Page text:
An appeals court judge has ordered that a tax protestor is entitled to a new trial because he was denied the opportunity for expert testimony from his psychiatrist.
Judge Richard C. Tallman ruled in favor of Lawrence Cohen, who worked at a Las Vegas store where he and two co-defendants had sold books, audiotapes, videos and instructional packages from tax protestor Irwin Schiff explaining how to "legally stop paying income taxes." He and Schiff, along with another of Schiff's followers, Cynthia Neun, provided advice to customers on how to file a "zero return," federal income tax returns with a zero on each line related to income and expenses.
Cohen was convicted of one count of aiding and assisting in the filing of a false federal income tax return, for which he received a 33-month sentence. His lawyer argued that his conviction should be overturned because the district court wrongfully excluded the expert testimony of a psychiatrist who would have offered evidence of "narcissistic personality disorder" that convinced him to continue promoting Schiff's tax schemes despite the evidence of penalty. Judge Tallman agreed, reversed Cohen's conviction, vacated his sentence, and ordered a new district court trial.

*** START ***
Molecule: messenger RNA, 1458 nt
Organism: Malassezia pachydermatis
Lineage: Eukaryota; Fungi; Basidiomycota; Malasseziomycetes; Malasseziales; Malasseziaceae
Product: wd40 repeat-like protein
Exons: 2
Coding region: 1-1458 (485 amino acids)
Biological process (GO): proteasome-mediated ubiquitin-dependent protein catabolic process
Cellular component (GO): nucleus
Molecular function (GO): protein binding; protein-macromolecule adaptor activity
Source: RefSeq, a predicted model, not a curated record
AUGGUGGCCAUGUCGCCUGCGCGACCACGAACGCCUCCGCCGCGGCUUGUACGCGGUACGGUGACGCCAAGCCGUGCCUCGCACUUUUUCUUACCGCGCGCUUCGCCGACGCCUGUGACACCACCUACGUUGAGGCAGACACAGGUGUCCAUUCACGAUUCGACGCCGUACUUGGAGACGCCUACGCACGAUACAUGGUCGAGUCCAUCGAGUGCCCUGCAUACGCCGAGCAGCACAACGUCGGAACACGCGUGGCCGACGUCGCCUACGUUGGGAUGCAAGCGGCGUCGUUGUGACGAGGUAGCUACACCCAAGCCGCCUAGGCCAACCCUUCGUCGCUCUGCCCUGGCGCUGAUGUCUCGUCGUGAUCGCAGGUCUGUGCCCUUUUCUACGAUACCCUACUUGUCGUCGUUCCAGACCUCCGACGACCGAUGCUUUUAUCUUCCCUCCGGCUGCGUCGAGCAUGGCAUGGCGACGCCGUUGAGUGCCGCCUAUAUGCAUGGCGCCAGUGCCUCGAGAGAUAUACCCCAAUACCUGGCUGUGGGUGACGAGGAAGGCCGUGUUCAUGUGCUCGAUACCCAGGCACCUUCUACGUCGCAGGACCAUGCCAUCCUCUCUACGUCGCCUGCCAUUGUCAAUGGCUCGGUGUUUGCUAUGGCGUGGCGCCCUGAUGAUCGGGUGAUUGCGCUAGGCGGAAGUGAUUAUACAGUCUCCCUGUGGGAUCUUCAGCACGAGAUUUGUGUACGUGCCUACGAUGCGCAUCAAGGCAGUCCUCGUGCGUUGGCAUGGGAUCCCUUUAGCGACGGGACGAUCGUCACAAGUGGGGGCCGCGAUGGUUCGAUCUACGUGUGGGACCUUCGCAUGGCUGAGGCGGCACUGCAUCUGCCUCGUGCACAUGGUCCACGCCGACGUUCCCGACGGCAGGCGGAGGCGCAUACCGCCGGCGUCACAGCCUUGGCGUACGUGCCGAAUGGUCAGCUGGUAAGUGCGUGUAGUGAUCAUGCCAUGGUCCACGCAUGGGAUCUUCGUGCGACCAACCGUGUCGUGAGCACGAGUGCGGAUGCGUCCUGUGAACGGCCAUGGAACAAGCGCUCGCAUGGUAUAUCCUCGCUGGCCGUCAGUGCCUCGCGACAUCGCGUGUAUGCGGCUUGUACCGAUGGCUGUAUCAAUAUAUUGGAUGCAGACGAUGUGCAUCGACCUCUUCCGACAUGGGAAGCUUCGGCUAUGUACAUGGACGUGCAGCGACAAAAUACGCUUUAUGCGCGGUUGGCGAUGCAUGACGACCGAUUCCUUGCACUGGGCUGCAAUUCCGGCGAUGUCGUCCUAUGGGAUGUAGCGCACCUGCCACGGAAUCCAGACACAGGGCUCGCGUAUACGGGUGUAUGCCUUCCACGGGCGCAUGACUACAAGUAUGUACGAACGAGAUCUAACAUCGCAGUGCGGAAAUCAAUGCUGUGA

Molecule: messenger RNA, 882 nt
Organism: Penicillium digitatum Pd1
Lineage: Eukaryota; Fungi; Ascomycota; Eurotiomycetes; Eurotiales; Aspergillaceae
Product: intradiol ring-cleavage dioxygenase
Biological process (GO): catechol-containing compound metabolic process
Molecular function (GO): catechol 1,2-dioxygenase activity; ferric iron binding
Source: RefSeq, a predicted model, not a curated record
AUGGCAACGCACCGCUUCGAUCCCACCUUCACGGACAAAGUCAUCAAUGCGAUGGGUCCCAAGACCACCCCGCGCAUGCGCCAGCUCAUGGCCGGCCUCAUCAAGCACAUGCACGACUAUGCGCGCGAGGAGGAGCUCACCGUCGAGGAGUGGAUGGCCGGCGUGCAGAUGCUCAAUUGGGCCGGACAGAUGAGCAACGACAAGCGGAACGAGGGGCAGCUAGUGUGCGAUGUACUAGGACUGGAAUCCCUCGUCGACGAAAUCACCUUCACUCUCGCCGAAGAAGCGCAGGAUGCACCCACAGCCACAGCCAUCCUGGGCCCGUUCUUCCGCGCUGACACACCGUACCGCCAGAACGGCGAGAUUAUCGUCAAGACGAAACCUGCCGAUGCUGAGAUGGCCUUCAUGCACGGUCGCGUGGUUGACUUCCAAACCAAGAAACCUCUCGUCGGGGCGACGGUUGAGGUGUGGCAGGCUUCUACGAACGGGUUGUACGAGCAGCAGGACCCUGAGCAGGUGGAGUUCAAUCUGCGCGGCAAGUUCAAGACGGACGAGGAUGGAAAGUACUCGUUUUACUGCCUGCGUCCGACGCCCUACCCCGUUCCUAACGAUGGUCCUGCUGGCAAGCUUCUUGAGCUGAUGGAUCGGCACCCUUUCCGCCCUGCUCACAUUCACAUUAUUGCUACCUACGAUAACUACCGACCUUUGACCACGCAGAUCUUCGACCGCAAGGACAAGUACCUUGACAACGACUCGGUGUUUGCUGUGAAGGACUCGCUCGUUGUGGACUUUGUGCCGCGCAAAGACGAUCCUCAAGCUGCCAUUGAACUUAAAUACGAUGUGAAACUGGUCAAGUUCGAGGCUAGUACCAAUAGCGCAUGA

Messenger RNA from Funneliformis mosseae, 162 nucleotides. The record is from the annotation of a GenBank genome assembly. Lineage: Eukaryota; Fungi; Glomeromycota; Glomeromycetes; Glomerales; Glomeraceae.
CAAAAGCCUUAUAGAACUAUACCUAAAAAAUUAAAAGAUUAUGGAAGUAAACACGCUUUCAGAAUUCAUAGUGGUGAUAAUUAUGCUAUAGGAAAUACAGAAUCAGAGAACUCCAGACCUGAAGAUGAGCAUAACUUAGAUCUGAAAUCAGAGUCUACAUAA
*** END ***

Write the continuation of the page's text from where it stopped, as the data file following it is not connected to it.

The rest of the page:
Schiff also appealed his conviction for criminal contempt after he ignored the trial judge's repeated warnings that he stop arguing to the jury his views of tax law. Throughout the trial, in which he represented himself, he instructed witnesses to read passages from his books explaining his characterization of the voluntary nature of the federal income tax, and asked questions that contained his interpretations of the tax law.
Schiff also had his contempt convictions vacated by Tallman due to the district court's failure to properly file contempt orders for each of the convictions. However, Tallman also allowed the district court to file those orders in proper form, to reinstate the contempt convictions and reimpose punishment on Schiff.
Schiff was convicted of conspiracy to defraud the government for the purpose of impeding and impairing the IRS, five counts of aiding and assisting in the filing of false income tax returns, one count of tax evasion, and six counts of filing false income tax returns. He received a 151-month sentence.
Neun was convicted of one count of conspiracy, nine counts of aiding and assisting, three counts of willfully failing to file income tax returns, one count of Social Security disability fraud, and one count of theft of government property. She did not appeal her 68-month sentence, however.
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